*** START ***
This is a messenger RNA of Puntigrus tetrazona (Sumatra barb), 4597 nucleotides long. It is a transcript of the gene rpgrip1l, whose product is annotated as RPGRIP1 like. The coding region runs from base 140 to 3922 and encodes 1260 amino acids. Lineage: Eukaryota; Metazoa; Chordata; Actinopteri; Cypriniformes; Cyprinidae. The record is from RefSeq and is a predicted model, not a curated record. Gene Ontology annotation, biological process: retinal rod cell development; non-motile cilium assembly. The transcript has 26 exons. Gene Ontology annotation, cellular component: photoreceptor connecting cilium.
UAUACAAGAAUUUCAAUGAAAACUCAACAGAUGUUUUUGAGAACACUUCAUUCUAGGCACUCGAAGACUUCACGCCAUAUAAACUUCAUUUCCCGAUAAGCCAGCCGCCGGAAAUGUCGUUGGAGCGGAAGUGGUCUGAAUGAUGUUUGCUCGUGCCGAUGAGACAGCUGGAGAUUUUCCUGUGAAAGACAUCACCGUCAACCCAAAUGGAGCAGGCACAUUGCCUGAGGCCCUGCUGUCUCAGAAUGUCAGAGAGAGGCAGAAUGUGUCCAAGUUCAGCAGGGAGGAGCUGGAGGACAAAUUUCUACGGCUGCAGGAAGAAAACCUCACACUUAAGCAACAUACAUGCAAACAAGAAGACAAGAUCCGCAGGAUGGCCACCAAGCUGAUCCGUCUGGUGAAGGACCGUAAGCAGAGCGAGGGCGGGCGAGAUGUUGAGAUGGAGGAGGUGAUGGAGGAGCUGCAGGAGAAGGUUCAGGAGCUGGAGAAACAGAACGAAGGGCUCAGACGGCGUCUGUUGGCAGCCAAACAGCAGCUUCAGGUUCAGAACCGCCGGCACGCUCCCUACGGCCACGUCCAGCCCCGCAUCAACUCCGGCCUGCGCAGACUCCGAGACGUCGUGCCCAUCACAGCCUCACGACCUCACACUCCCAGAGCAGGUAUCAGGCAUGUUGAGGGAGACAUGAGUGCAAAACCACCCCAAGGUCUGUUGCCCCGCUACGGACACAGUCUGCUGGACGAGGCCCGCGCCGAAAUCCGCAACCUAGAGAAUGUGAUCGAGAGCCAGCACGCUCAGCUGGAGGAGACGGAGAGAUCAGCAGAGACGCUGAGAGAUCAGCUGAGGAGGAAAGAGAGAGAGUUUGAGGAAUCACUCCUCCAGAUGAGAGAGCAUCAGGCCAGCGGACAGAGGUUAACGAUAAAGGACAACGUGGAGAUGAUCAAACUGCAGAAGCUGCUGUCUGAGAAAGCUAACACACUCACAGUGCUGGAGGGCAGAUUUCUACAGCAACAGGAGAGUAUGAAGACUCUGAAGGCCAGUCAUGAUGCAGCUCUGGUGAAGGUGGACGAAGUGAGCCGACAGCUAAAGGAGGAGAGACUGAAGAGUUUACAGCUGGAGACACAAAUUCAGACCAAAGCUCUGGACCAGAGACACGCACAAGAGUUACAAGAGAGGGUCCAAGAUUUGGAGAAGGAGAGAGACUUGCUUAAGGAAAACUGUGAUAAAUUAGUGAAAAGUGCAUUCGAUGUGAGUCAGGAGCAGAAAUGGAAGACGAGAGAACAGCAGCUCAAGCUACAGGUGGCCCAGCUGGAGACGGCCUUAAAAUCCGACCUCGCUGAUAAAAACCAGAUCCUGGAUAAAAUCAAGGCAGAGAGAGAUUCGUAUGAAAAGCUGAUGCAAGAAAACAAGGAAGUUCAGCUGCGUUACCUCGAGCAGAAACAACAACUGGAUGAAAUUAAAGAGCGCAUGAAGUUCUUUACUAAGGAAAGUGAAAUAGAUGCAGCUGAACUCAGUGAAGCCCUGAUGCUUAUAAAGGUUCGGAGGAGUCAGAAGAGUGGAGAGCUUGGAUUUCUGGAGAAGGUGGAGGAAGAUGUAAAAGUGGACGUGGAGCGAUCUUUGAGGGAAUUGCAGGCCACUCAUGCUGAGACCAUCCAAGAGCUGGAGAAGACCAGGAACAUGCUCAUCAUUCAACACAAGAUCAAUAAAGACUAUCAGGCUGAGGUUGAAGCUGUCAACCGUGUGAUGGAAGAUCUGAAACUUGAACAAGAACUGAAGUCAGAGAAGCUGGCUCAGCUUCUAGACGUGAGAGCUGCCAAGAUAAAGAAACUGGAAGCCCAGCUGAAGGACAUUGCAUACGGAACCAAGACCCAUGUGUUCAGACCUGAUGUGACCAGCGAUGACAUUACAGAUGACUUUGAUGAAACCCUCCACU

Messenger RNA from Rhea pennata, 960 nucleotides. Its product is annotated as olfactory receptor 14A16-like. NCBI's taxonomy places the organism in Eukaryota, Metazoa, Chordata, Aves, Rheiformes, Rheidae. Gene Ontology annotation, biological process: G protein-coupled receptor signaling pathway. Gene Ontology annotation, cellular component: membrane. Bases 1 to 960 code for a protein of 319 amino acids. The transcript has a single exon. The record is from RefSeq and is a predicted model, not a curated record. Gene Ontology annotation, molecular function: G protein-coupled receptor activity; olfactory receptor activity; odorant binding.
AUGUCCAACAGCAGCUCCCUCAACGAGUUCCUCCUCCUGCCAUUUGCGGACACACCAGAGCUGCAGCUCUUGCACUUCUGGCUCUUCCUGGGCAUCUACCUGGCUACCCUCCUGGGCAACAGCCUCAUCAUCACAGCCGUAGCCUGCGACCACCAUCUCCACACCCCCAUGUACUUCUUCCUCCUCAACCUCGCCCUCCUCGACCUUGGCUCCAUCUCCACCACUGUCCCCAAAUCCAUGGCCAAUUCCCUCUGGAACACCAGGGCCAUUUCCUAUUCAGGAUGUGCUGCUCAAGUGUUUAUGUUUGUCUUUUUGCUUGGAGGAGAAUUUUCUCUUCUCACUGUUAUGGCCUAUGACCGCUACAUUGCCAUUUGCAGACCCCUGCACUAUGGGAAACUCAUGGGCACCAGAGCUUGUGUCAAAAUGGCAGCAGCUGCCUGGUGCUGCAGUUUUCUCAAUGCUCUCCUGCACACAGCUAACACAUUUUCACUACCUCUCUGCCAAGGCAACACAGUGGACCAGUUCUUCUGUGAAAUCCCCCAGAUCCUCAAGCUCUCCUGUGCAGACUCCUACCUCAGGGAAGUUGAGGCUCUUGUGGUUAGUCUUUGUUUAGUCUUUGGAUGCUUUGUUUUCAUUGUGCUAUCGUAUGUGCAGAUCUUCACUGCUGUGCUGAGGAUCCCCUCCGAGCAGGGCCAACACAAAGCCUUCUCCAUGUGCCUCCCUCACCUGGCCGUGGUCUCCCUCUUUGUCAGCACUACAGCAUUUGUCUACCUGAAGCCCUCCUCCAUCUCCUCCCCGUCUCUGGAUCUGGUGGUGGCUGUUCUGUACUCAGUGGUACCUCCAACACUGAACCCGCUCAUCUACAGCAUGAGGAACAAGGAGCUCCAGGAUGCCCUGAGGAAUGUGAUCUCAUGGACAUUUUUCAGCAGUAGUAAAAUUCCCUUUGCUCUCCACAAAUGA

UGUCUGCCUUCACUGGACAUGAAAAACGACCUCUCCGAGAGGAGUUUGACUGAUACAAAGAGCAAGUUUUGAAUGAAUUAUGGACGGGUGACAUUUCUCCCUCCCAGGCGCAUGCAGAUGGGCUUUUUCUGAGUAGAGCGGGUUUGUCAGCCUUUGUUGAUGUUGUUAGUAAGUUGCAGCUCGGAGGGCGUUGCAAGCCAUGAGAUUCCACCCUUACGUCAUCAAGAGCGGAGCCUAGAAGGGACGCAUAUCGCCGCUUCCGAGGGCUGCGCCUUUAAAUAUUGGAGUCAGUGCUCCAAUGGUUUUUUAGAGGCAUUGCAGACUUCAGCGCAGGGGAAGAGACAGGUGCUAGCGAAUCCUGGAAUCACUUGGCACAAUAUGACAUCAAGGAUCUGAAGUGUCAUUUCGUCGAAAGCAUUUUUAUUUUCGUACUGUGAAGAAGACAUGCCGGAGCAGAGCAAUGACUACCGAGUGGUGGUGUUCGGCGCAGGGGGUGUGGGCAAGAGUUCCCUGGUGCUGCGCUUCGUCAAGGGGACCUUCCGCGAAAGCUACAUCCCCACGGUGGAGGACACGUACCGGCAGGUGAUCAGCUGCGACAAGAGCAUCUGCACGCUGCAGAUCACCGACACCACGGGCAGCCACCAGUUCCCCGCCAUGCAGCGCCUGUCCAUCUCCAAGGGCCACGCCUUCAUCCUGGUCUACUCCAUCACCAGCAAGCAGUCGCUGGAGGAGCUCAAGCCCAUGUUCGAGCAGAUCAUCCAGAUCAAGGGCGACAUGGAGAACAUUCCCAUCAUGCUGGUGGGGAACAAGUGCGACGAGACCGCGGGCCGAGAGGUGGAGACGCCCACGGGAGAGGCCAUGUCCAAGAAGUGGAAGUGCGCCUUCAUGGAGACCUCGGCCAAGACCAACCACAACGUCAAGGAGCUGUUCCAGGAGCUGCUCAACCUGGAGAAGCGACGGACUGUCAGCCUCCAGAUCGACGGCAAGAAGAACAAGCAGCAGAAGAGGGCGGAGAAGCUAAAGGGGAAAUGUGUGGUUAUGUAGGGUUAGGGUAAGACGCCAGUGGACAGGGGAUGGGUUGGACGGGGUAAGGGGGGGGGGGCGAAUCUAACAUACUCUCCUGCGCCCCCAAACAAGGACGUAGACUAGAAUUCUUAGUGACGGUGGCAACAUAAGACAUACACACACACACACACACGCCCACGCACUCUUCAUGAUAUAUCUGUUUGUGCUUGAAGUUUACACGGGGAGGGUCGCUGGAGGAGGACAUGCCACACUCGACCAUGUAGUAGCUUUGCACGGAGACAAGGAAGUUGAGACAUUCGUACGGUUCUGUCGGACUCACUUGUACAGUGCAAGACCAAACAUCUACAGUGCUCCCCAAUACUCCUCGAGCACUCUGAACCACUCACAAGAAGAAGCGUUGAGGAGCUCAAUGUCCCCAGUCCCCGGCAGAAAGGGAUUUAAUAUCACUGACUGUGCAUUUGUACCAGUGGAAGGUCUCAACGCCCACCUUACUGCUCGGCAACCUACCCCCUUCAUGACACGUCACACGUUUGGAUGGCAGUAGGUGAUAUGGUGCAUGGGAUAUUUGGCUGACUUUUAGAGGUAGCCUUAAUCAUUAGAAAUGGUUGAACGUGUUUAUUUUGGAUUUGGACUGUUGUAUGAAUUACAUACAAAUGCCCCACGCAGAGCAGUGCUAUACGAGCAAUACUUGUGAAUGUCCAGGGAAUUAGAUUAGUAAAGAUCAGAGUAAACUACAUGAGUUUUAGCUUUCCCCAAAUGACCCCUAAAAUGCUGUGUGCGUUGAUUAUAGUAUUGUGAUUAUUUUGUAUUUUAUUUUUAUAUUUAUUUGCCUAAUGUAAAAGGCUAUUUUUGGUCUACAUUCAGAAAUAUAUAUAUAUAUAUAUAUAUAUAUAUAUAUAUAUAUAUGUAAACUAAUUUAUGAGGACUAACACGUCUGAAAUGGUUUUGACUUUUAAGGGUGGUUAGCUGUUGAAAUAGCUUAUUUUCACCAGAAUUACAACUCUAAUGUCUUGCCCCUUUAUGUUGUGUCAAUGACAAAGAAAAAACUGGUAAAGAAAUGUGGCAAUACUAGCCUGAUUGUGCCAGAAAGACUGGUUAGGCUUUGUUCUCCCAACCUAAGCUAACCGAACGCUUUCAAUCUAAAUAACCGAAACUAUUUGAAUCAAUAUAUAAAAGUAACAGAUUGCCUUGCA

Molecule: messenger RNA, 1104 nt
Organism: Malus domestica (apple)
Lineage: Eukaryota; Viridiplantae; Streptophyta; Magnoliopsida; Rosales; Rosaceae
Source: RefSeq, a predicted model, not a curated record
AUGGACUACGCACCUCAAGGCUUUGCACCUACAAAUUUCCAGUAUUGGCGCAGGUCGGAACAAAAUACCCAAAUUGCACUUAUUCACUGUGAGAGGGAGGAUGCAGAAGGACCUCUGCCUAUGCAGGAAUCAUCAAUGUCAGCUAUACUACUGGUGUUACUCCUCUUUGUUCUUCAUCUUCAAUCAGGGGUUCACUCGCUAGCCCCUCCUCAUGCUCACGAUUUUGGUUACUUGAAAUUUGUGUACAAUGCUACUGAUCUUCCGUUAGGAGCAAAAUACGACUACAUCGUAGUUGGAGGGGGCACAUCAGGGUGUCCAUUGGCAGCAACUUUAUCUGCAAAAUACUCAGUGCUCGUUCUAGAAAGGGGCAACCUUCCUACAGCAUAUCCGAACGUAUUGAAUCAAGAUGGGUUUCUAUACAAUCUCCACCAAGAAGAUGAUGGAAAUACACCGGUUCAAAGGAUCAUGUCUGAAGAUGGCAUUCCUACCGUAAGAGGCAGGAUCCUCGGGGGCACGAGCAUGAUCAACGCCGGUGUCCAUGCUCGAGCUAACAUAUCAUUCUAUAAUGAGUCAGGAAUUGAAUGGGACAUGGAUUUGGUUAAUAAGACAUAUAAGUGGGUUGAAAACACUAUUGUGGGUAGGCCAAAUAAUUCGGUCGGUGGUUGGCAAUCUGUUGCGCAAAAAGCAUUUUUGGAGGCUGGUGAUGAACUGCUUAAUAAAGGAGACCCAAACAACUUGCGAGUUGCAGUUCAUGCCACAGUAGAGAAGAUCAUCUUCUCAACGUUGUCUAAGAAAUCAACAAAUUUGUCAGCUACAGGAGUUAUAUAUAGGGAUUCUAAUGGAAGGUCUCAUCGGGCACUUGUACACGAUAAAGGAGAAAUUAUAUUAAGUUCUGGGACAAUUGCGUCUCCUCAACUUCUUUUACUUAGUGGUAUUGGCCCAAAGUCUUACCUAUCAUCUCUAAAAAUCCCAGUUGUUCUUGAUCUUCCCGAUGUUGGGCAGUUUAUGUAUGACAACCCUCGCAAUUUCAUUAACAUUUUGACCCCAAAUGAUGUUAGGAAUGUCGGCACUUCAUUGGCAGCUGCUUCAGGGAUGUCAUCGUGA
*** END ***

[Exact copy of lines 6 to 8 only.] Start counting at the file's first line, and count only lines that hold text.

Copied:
Molecule: messenger RNA, 1104 nt
Organism: Malus domestica (apple)
Lineage: Eukaryota; Viridiplantae; Streptophyta; Magnoliopsida; Rosales; Rosaceae